How Predictable is Information Diffusion?

Monday, March 28, 2016 - 5:30pm to 6:30pm
Davis Auditorium, 412 CEPSR, Schapiro Center
530 West 120th Street
New York, NY 10027
United States

I3 Data Science Innovation Seminar

Jake Hofman, Senior Researcher
Microsoft Research

How Predictable is Information Diffusion?

How does information spread in online social networks and how predictable are online diffusion events? Despite a great deal of existing research on modeling information diffusion and predicting success in social systems, these questions have remained largely unanswered for a variety of reasons, ranging from the inability to observe most word-of-mouth communication to difficulties in precisely and consistently formalizing different notions of success. This talk will attempt to clarify these issues through an empirical analysis of billions of diffusion events under one simple but unified framework. We will show that despite stable regularities in aggregate diffusion patterns, it remains surprisingly difficult to predict the success of any particular individual or piece of content in an online social network, with our best performing models explaining only half of the empirical variance in outcomes. We conclude by exploring this limit theoretically through a series of simulations that suggest that it is the diffusion process itself, rather than our ability to estimate or model it, that is responsible for this unpredictability.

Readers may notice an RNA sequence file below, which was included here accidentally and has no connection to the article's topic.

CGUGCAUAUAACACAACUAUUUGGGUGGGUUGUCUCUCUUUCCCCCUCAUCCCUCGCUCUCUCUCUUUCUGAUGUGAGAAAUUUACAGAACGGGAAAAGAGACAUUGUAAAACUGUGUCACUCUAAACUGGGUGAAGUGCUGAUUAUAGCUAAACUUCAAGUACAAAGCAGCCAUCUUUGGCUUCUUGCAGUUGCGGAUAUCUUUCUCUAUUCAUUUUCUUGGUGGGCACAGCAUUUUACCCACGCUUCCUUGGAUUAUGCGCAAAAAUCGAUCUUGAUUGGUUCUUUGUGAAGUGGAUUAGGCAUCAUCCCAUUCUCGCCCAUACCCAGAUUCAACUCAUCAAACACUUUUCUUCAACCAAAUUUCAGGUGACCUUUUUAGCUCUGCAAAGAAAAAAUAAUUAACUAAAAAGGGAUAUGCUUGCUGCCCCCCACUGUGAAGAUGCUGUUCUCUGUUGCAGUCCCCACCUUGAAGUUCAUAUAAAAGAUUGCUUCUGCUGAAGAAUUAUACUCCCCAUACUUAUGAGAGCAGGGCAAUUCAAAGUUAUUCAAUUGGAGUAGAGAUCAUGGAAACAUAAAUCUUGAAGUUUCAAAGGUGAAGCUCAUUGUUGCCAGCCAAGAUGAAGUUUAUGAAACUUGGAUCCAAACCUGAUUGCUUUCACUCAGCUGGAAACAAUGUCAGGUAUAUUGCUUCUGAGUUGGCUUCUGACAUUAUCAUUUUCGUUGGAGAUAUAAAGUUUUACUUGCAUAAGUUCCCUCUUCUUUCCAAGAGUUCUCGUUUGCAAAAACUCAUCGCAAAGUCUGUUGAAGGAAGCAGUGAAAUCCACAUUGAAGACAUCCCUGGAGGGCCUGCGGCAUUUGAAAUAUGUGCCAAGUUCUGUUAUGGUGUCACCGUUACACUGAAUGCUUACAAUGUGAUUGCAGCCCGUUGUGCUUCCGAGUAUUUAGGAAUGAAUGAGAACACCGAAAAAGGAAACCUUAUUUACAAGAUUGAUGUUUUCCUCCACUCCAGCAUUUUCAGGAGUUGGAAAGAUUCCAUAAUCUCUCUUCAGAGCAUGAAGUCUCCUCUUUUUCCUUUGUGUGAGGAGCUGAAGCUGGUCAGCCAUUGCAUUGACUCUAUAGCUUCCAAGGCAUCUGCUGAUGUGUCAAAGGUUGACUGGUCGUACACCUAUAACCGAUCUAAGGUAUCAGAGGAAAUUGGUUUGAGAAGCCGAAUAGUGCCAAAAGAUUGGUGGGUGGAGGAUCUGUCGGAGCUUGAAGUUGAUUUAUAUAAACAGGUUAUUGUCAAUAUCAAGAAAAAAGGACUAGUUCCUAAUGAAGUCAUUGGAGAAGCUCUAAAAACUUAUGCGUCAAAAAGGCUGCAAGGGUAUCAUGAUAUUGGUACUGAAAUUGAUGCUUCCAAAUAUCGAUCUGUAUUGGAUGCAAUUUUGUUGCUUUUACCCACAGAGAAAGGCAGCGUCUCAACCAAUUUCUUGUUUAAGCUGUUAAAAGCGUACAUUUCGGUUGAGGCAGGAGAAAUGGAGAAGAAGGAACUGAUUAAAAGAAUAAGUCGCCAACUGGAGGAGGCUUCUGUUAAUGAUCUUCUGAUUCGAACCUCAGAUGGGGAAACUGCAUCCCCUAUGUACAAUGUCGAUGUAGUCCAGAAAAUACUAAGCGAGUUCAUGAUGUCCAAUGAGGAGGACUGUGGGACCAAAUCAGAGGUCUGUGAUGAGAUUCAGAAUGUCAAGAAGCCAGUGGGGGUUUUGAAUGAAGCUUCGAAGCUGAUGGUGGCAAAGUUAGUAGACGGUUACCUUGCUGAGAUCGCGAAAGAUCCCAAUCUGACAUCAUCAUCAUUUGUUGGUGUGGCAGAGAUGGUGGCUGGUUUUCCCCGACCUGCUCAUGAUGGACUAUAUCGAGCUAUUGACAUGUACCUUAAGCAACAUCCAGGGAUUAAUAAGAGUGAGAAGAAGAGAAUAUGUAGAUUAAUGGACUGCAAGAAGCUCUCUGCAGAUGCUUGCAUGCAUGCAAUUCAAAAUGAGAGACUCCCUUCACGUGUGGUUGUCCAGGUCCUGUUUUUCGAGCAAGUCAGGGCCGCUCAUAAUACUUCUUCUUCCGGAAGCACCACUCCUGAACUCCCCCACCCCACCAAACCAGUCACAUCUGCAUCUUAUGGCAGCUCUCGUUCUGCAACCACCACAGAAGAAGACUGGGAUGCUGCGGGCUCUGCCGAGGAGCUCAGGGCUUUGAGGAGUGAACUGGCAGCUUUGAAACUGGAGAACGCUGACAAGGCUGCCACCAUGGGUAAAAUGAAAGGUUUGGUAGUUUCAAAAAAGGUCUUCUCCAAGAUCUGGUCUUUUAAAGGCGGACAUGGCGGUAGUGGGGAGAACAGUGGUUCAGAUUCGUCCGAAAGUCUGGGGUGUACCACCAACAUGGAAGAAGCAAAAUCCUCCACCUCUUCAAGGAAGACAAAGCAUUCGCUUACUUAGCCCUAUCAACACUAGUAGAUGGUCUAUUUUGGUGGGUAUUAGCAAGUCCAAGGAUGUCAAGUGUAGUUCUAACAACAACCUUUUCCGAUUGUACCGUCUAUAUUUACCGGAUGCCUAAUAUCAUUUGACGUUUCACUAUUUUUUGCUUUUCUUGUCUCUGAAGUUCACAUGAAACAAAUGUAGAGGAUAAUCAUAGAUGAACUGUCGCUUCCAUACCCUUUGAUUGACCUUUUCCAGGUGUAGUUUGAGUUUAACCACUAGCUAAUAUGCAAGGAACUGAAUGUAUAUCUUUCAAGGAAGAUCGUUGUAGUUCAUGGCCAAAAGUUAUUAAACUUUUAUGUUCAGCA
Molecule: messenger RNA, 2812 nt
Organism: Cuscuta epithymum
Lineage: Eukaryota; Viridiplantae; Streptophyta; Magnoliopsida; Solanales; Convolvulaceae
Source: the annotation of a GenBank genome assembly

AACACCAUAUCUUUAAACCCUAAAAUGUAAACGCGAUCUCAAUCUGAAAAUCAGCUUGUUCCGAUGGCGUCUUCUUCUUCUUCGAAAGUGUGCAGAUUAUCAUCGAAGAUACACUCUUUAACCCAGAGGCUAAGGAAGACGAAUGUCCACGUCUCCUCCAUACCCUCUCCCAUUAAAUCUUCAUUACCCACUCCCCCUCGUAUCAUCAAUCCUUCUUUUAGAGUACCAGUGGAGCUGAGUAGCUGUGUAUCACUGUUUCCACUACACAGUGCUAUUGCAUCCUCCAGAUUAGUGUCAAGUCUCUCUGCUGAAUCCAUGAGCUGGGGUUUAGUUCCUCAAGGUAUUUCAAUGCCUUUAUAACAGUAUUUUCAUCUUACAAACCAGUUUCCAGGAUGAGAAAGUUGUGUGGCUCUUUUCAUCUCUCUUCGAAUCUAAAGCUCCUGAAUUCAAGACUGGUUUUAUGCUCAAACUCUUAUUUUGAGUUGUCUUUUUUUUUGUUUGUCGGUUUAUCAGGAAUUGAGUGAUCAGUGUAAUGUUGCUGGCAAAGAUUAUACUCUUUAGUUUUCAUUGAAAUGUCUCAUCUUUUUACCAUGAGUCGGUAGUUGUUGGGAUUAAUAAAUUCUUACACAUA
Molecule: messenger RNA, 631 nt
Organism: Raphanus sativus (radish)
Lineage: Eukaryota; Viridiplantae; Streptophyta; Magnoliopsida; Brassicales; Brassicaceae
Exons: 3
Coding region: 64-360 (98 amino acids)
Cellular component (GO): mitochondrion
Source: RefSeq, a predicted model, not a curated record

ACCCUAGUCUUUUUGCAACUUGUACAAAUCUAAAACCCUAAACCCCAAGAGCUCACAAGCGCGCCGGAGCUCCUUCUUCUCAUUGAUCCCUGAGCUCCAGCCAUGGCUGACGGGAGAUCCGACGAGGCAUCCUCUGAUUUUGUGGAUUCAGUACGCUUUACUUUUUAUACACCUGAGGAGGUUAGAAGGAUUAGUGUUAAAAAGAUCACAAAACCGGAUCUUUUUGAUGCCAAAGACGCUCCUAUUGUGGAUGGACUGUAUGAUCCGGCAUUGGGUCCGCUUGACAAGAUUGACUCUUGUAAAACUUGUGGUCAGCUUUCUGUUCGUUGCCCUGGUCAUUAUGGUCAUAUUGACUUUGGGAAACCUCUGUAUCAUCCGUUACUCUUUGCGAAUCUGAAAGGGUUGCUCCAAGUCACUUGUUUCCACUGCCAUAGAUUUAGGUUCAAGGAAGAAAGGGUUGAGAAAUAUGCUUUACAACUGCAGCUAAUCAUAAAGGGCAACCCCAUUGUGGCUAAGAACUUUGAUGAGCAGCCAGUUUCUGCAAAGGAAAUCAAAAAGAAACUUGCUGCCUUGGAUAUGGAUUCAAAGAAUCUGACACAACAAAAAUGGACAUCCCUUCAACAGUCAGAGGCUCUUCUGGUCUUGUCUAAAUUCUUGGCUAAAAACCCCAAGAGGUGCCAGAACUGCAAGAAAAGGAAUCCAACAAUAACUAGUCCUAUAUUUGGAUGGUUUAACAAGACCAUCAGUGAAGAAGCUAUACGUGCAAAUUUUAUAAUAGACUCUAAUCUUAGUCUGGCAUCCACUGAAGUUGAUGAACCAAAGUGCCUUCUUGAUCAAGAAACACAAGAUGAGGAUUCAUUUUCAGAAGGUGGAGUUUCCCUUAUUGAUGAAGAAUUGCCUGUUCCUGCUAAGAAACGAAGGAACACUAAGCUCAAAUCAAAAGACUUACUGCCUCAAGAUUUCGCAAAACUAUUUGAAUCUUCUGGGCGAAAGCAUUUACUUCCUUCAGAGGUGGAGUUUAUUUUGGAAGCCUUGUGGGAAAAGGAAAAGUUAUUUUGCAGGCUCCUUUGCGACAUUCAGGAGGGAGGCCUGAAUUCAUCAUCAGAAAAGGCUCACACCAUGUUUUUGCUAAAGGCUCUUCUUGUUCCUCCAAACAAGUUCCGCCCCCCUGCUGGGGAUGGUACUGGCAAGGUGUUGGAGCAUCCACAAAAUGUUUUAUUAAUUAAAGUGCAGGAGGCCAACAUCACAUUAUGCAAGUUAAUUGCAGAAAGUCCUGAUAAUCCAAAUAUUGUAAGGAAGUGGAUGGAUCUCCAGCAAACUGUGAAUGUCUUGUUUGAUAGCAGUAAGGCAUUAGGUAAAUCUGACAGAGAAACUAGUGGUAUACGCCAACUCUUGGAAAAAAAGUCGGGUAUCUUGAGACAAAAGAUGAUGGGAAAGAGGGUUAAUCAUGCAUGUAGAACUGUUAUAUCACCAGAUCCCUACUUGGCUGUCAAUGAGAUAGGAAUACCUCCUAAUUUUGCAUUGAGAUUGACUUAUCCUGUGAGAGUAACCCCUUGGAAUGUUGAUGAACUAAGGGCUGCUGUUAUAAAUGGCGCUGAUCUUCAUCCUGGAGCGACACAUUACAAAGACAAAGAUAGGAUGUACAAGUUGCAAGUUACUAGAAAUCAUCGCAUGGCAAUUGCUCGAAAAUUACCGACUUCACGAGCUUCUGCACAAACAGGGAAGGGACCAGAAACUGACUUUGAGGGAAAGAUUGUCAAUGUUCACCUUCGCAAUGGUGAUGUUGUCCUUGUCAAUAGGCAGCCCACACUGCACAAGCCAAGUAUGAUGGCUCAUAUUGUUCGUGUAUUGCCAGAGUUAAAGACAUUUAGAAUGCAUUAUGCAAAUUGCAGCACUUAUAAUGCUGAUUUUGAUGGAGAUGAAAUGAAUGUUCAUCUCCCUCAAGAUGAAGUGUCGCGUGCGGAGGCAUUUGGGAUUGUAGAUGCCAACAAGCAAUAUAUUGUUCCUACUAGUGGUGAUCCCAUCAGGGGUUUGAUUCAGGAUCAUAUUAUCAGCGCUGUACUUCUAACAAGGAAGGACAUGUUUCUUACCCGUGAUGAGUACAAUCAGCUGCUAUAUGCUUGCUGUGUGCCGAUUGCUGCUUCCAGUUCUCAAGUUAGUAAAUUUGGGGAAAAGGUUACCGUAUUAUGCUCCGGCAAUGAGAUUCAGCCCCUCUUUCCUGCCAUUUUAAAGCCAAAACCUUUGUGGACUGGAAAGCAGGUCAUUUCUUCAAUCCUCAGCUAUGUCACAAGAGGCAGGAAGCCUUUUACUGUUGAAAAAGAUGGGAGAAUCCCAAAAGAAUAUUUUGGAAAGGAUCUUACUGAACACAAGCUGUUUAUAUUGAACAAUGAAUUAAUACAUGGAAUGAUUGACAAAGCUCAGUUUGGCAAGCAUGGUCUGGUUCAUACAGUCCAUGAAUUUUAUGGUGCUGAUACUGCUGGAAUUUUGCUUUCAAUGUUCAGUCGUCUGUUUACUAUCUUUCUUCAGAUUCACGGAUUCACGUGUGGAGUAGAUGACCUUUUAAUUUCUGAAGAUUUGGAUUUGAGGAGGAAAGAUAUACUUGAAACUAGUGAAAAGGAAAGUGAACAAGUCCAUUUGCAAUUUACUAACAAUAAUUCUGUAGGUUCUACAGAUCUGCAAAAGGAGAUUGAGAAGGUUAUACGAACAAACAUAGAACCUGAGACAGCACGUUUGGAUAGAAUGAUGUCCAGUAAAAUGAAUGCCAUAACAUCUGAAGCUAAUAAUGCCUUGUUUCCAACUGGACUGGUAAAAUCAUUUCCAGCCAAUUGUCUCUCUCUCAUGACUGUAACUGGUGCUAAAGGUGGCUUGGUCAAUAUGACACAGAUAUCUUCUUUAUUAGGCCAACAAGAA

Speaker(s): 

Jake Hofman

Jake Hofman

Jake Hofman is a Senior Researcher at Microsoft Research in New York City, where his work in computational social science involves applications of statistics and machine learning to large-scale social data. Prior to joining Microsoft, he was a member of the Microeconomics and Social Systems group at Yahoo! Research. Jake is also an Adjunct Assistant Professor of Applied Mathematics at Columbia University, where he has designed and taught classes on a number of topics ranging from biological physics to applied machine learning. He holds a B.S.

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